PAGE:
How to become a jeweller in Australia: careers in design

How to become a jeweller in Australia: careers in design
Jewellers design and manufacture jewellery and small decorative objects. They are often involved in every step of the process from the initial design draft through to the finished project. Other times they may just be involved in design or manufacture, depending on their area of expertise. They need to have both creative and technical abilities, and devise new ideas for jewellery while knowing which tools, techniques and processes will bring their designs to life.
Jewellers formulate new designs for jewellery from traditional types such as necklaces and rings through to avant-garde wearable pieces. They begin the process with initial design sketches and plan the details of their finished pieces. They select materials, resources and manufacturing processes of prototypes, and decide on buffing, polishing and finishing of the pieces once manufactured. There are a number of different processes, materials and techniques involved in jewellery making, and often jewellers specialise in specific skills such as enamelling or stone-setting.
  • Engraving words on jewellery
  • Buffing and polishing jewellery
  • Designing detailed drafts
  • Setting stones
  • Soldering metals together
Jewellers need to have a flair for design as well as creative thinking and problem-solving skills in order to design jewellery and then bring it to life. Good hand-eye coordination is necessary as well as good vision and attention to detail, as jewellery design and manufacture often involves small-scale, intricate work. They need good communication skills and the ability to work with others to take suggestions on board and meet client expectations when working on commissioned pieces.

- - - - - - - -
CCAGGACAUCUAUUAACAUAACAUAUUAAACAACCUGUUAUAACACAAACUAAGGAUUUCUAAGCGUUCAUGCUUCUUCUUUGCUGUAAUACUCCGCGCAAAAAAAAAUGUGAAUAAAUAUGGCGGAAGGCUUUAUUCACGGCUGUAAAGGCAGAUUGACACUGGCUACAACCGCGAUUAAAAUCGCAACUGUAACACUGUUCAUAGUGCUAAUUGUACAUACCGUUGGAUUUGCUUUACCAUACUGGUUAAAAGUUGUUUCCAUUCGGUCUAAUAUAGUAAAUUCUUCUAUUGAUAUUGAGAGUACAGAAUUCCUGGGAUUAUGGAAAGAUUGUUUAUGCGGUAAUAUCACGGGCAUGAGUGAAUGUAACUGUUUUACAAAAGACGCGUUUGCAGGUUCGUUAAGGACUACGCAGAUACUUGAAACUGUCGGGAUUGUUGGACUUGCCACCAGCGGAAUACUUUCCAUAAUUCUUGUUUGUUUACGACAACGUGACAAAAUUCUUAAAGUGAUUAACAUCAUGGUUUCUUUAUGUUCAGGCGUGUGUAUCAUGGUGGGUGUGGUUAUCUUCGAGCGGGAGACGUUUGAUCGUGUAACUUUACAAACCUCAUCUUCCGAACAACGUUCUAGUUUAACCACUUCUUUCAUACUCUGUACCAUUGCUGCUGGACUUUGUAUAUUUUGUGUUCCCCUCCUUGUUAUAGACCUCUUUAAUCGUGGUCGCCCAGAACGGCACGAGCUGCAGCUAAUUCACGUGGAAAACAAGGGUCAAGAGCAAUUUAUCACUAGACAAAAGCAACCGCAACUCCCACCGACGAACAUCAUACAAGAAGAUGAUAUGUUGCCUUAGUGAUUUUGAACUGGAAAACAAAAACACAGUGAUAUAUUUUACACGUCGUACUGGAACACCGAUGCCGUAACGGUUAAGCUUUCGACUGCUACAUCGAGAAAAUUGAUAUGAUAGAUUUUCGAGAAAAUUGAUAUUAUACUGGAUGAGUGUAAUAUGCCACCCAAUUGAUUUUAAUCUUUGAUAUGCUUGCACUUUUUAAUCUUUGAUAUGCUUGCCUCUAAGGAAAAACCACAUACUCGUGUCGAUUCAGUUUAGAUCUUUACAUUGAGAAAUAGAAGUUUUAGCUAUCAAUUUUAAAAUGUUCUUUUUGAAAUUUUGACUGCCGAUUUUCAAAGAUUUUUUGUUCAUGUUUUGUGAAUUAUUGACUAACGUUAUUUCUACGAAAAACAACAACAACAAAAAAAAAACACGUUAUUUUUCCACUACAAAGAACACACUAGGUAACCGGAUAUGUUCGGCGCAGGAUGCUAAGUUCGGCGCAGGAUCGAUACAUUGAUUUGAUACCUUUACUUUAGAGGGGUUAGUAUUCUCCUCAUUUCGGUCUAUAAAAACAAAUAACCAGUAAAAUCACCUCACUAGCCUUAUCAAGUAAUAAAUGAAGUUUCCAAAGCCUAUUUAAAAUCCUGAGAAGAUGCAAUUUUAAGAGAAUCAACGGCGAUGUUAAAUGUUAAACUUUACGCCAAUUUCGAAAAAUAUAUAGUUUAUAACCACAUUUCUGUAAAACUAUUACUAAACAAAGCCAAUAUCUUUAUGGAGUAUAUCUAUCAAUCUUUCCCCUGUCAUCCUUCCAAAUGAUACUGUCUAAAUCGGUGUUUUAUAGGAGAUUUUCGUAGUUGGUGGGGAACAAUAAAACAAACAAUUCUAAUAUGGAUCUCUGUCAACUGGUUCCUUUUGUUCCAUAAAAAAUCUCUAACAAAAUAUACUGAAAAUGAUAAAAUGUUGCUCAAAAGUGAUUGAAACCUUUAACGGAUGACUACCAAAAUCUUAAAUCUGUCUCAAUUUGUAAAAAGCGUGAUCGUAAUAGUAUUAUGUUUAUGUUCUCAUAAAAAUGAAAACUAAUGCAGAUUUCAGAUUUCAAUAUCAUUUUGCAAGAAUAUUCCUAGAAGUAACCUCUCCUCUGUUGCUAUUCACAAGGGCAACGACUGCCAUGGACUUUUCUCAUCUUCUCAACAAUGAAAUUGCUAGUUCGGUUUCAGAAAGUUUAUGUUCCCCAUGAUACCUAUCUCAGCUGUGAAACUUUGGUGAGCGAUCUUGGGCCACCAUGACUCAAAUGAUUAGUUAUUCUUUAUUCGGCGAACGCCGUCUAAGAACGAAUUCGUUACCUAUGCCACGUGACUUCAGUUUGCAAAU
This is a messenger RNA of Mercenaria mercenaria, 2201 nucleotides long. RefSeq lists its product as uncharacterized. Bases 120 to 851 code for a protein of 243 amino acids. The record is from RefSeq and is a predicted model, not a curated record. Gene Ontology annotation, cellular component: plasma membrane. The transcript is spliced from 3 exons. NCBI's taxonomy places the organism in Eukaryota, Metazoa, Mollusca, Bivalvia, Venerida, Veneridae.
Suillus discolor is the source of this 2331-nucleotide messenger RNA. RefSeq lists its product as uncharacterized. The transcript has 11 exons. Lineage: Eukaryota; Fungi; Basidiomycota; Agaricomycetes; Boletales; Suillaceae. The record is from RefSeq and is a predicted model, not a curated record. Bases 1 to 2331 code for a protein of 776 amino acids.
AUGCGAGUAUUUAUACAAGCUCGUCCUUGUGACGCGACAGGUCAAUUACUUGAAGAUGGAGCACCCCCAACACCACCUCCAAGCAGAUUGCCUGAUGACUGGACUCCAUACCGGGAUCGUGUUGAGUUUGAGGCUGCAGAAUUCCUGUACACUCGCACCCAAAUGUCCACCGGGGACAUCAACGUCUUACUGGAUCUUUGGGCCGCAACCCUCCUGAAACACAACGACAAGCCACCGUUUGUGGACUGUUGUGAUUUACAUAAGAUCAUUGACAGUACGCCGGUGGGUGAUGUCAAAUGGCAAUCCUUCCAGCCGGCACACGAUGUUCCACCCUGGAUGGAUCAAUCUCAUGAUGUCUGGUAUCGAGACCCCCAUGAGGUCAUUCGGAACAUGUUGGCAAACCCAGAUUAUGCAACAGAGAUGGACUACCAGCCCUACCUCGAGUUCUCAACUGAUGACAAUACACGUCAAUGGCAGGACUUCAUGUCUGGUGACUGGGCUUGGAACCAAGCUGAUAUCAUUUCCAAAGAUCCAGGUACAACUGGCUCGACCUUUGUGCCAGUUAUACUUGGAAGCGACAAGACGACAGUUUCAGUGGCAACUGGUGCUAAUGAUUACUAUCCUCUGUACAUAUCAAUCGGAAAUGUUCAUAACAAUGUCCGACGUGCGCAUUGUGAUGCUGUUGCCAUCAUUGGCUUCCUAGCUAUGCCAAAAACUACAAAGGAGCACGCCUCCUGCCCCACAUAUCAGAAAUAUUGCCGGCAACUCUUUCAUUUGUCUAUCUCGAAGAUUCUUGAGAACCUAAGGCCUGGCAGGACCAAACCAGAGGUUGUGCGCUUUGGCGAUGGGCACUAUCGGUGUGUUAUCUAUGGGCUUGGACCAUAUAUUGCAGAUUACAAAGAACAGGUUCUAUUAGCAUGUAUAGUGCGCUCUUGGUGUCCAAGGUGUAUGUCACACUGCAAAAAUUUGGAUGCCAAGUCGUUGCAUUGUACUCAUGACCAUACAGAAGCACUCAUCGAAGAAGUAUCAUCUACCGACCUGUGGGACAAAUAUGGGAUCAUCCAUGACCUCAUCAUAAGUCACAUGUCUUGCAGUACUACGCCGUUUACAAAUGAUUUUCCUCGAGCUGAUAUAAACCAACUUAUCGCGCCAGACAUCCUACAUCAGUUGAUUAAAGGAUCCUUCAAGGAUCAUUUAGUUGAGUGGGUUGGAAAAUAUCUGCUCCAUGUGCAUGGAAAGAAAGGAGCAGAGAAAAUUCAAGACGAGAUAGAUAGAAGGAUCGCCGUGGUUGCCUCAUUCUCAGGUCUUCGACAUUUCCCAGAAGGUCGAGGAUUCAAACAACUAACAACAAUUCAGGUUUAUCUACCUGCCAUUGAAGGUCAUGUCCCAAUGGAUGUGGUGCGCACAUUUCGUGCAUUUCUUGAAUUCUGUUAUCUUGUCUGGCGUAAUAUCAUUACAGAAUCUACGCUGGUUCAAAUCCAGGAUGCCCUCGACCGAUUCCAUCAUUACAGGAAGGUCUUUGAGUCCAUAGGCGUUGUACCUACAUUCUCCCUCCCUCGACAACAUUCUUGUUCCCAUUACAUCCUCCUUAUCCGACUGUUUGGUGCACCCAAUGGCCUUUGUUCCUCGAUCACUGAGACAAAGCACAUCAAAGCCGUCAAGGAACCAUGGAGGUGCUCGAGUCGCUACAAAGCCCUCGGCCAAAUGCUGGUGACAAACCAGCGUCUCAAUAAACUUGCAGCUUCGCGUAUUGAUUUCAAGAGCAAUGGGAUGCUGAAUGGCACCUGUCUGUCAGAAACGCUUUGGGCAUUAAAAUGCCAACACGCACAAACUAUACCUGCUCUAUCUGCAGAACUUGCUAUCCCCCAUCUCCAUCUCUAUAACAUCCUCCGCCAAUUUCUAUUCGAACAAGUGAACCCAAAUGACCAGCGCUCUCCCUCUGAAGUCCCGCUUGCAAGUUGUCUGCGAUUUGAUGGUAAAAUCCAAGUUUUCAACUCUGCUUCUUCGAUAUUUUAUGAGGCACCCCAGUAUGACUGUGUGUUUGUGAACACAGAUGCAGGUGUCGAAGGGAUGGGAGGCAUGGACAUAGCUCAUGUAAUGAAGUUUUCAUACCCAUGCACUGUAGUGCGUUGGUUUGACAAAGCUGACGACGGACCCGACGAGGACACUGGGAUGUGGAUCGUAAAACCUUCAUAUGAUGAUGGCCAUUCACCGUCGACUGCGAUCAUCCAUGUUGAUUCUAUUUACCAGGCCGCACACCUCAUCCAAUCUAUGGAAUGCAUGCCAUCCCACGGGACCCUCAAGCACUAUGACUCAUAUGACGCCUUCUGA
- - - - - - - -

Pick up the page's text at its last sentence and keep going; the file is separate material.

• Good hand-eye coordination
  • Good eyesight
  • Attention to detail
  • Creative flair
  • Able to collaborate with others

A number of specialisations are available to jewellers, each with its own set of skills.

Stone setters, also called gem setters, mount valuable stones to jewellery. They determine the best method of setting the stone depending on the type, size and cut of the stone. They also repair older pieces of jewellery.
Engravers mark pieces of jewellery with decorative or written inscriptions. They use hand tools and specialised machinery to mark items at the request of their owners.
An enameller works with glass powders and oxides to create shiny coatings on jewellery and decorative objects. They add colour and shine without using precious stones.
Your studies can be tailored towards your preferred specialisation, or you can receive a broad training in jewellery-making, depending on your own strengths and tastes.
Getting Started

Start your career

Get your career as a craftsperson underway with these courses.
Strengthen your skills

Strengthen your skills

Study jewellery design and object design basics and learn useful technical skills.
Build your resume

Build your resume

An accredited course will gain you both recognised skills as well as a professional advantage.
Industry requirements

Industry requirements

Join a professional association to boost your chances of employment.
Finding Work

Finding Work

Put your training to good use and get the best professional head start in your design career. Emphasise your personal strengths and achievements in your resume and target your cover letter to the job description listed.
Employment Prospects

Employment Prospects

Strong growth in employment opportunities is predicted for jewellers over the next five years.